After the announcement in March, the battery manufacturer Varta has presented its new large battery cell called ‘V4Drive’. The round cell in 21700 format is to be produced on a pilot line this year, but the schedule for series production has not yet been revealed.
As reported, Varta wants to be able to charge the ‘V4Drive’ battery in six minutes. However, the cells in the 21700 format (2.1 cm diameter, 7 cm long) are not to be used in electric mobility as the sole traction battery, but as a booster in premium and sports vehicles or as storage for recuperation energy in hybrid vehicles. The company sees further applications in electrified trucks with an optimised range extender or with an optimised fuel cell.
At the presentation of the ‘V4Drive’, which was broadcast online, Varta CEO Herbert Schein repeated some statements he had already made in March in an interview with the German publication Wirtschaftswoche. What is new, however, is that the “power version” of the cell is supposed to have a charging time of only six minutes. This leads to the conclusion that there will also be a cheaper standard version, although Schein did not reveal further information. Below is the announcement video, in German:
On the other hand, there were a few more details about the “power version”. Since the materials and the windings in the round cell have been optimised for a particularly low internal resistance, the cell would heat up to only 34 degrees in six minutes during a charging process. “That means there is more to it,” said Varta developer Edward Pytlick. However, Varta did not provide details on the test environment – the heating of a single cell in the laboratory would be difficult to compare with a cell integrated into a battery pack. Due to the low internal resistance, however, the heat distribution within the cell should be more homogeneous, which in turn should improve the charging performance and simplify cooling.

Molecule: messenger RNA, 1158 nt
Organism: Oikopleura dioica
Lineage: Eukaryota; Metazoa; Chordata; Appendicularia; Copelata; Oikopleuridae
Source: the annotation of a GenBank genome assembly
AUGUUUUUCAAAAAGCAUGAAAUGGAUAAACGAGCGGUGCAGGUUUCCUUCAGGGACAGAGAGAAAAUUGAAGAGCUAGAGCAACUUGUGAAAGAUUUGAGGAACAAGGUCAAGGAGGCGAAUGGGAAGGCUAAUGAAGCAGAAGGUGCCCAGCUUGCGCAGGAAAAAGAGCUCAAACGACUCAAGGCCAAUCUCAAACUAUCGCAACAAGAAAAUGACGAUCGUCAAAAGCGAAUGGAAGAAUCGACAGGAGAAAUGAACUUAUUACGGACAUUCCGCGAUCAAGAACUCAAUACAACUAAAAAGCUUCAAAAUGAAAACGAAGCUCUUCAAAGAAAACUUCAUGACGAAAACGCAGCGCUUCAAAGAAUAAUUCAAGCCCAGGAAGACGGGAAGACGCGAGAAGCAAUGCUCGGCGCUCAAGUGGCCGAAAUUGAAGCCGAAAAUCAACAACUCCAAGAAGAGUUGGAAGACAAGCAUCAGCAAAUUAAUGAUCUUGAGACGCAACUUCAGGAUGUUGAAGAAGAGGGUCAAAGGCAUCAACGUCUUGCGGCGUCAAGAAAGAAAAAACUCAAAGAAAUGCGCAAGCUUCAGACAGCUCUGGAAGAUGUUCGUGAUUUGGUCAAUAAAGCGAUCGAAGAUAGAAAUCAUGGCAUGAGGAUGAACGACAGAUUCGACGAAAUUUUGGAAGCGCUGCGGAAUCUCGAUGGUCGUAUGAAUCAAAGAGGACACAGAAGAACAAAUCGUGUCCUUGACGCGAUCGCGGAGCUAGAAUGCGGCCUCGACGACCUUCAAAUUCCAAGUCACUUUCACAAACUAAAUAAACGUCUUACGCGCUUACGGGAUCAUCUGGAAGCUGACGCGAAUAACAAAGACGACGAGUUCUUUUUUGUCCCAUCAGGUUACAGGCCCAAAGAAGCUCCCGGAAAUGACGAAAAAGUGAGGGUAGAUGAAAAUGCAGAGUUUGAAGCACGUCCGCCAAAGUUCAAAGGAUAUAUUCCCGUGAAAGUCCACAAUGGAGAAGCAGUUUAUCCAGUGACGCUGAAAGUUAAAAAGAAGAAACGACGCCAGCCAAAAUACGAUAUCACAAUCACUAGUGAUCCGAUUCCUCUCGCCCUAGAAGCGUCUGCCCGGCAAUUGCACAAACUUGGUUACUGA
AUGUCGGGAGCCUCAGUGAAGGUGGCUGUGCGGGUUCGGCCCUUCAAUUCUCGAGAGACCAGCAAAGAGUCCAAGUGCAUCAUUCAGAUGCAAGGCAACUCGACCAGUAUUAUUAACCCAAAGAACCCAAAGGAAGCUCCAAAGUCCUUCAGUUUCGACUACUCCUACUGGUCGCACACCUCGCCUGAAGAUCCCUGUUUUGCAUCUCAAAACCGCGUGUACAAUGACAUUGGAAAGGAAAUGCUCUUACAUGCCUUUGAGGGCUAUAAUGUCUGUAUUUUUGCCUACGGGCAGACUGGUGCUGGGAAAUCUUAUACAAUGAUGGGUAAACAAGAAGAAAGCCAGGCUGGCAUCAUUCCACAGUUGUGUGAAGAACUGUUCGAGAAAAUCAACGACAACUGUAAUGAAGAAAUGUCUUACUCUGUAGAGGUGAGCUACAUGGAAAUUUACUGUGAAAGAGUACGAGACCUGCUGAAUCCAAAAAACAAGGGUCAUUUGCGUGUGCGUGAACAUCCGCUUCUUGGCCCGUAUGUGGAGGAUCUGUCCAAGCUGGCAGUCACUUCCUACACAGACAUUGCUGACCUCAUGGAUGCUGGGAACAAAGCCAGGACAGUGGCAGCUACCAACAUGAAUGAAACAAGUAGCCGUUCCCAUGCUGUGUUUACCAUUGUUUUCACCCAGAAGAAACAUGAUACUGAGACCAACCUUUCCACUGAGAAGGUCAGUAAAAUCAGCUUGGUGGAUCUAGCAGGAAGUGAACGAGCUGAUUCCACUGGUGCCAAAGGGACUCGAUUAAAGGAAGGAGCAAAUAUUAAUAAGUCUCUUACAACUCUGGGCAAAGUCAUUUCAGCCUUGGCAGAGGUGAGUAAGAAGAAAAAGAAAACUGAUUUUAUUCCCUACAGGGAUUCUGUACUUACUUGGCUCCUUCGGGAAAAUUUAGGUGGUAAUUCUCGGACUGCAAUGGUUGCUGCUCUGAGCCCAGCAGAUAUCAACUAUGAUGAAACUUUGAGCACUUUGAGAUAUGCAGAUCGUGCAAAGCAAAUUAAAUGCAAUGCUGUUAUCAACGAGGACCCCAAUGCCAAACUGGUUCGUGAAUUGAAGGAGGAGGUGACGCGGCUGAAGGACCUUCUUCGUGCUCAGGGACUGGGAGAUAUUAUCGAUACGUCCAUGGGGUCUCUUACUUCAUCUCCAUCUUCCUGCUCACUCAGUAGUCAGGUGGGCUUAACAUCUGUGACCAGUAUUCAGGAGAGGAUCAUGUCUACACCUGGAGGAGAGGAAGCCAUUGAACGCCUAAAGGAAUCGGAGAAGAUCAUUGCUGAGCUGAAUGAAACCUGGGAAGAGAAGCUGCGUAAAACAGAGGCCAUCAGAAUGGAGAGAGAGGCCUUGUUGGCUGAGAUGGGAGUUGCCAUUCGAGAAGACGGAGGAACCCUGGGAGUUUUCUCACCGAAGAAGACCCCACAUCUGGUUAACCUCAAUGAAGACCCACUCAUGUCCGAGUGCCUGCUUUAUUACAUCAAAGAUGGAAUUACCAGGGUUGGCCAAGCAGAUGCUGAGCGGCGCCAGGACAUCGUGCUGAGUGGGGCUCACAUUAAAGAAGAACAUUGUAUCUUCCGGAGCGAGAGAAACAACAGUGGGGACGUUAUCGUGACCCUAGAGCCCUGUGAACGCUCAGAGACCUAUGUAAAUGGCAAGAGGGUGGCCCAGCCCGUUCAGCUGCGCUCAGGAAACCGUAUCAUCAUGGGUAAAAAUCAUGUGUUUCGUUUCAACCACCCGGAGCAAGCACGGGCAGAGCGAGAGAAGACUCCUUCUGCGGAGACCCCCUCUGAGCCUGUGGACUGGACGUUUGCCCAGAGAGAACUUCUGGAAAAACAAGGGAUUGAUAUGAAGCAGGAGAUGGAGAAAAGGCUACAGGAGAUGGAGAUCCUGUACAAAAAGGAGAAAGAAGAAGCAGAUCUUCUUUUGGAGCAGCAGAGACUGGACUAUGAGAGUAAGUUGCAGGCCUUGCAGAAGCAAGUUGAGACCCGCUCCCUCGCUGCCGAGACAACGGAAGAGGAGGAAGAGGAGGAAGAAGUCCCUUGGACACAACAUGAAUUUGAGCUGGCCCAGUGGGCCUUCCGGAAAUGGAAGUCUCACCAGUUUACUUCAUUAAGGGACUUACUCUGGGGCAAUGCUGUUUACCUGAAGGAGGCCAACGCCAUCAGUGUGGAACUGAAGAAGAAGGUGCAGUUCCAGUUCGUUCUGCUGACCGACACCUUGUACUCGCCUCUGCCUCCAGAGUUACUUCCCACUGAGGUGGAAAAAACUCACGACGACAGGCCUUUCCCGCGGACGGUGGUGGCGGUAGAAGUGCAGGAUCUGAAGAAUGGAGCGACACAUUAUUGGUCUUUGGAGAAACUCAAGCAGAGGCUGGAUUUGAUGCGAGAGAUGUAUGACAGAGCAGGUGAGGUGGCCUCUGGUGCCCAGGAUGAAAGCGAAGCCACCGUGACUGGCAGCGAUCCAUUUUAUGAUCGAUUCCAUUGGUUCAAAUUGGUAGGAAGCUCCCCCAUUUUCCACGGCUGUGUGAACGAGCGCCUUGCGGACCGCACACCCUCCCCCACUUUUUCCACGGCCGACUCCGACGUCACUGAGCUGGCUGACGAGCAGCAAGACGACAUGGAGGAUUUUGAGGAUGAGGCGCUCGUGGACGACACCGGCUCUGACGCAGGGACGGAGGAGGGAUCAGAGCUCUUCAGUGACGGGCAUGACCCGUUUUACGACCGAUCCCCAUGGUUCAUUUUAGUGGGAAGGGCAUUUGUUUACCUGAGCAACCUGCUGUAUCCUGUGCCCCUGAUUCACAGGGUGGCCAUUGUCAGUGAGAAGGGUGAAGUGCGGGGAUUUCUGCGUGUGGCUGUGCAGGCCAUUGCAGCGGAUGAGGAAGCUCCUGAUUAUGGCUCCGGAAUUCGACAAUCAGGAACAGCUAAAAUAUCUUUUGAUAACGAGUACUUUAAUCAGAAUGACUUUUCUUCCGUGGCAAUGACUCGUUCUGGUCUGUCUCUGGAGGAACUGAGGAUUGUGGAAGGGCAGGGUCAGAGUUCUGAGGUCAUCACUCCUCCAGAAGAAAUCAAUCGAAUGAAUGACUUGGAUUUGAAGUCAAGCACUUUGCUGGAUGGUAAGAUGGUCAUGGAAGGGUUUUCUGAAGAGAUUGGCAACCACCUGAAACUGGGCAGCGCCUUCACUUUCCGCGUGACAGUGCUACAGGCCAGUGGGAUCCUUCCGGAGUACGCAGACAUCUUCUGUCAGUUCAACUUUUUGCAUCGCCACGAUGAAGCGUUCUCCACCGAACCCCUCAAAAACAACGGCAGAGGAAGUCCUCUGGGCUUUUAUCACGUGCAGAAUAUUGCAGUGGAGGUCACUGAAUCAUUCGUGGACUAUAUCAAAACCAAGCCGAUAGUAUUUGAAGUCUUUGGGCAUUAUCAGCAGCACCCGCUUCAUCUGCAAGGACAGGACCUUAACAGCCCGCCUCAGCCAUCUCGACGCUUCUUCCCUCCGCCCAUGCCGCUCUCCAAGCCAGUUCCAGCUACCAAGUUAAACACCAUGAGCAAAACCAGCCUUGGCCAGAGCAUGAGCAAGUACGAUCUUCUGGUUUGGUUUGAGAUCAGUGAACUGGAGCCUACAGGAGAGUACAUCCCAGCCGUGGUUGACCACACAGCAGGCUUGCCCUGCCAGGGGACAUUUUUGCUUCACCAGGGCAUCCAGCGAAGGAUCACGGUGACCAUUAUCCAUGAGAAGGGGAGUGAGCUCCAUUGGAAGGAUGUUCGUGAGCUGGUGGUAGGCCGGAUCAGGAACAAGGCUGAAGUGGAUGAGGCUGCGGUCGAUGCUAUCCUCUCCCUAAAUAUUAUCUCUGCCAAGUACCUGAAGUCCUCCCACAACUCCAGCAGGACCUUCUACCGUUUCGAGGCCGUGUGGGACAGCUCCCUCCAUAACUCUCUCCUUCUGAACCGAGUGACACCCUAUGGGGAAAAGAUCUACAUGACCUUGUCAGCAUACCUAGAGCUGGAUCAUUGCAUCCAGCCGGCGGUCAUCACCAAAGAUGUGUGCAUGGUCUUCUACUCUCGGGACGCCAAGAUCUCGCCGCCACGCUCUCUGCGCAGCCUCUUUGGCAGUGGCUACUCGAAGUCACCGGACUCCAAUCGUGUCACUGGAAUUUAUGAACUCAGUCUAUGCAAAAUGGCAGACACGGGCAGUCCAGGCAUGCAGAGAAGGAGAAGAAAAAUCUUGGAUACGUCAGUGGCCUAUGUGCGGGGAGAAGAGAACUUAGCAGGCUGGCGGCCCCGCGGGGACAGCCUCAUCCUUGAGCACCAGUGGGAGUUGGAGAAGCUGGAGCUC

The round cells, which are in the same format as the cells in the Tesla Model 3 and Model Y from US production, are initially to be used in premium cars, Varta showed the animation here in a sports car. Compared to pouch or prismatic cells, the form factor is supposed to offer more flexibility in placement, and the optimised installation space and centre of gravity is particularly important in sports cars.
However, Varta left open when the cells can be mass-produced in larger quantities, and the market development for battery-electric and hybrid cars is proceeding rapidly. What is clear, however, is that production on a pilot line is to start this year.
Varta was very confident that it would be able to scale up production quickly and reliably. As Varta CTO Rainer Hald explained, they were able to transfer a lot of know-how from the ‘CoinPower’ cells. “The ‘CoinPower’ is in principle also a round cell, only here, in contrast to the 21700, the height is less than the diameter,” Hald said. “But the winding process and other manufacturing steps are very similar.” Since the production process is in the company’s own hands and many machines and tools are developed in-house, production can be ramped up in a short time, but Hald did not give a yearly figure. In the Wirtschaftswoche interview, CEO Schein had held out the prospect of 2024.
In addition to eMobility, Varta says it can also imagine using the ‘V4Drive’ in drones or power tools. There, the cells are supposed to offer twice the power with the same energy content – and also the fast-charging capability in six minutes. This could make battery-powered impact drills or electric saws more powerful, and the batteries could also be recharged over a coffee break.
With reporting by Sebastian Schaal, Germany.
Source: live-stream press release
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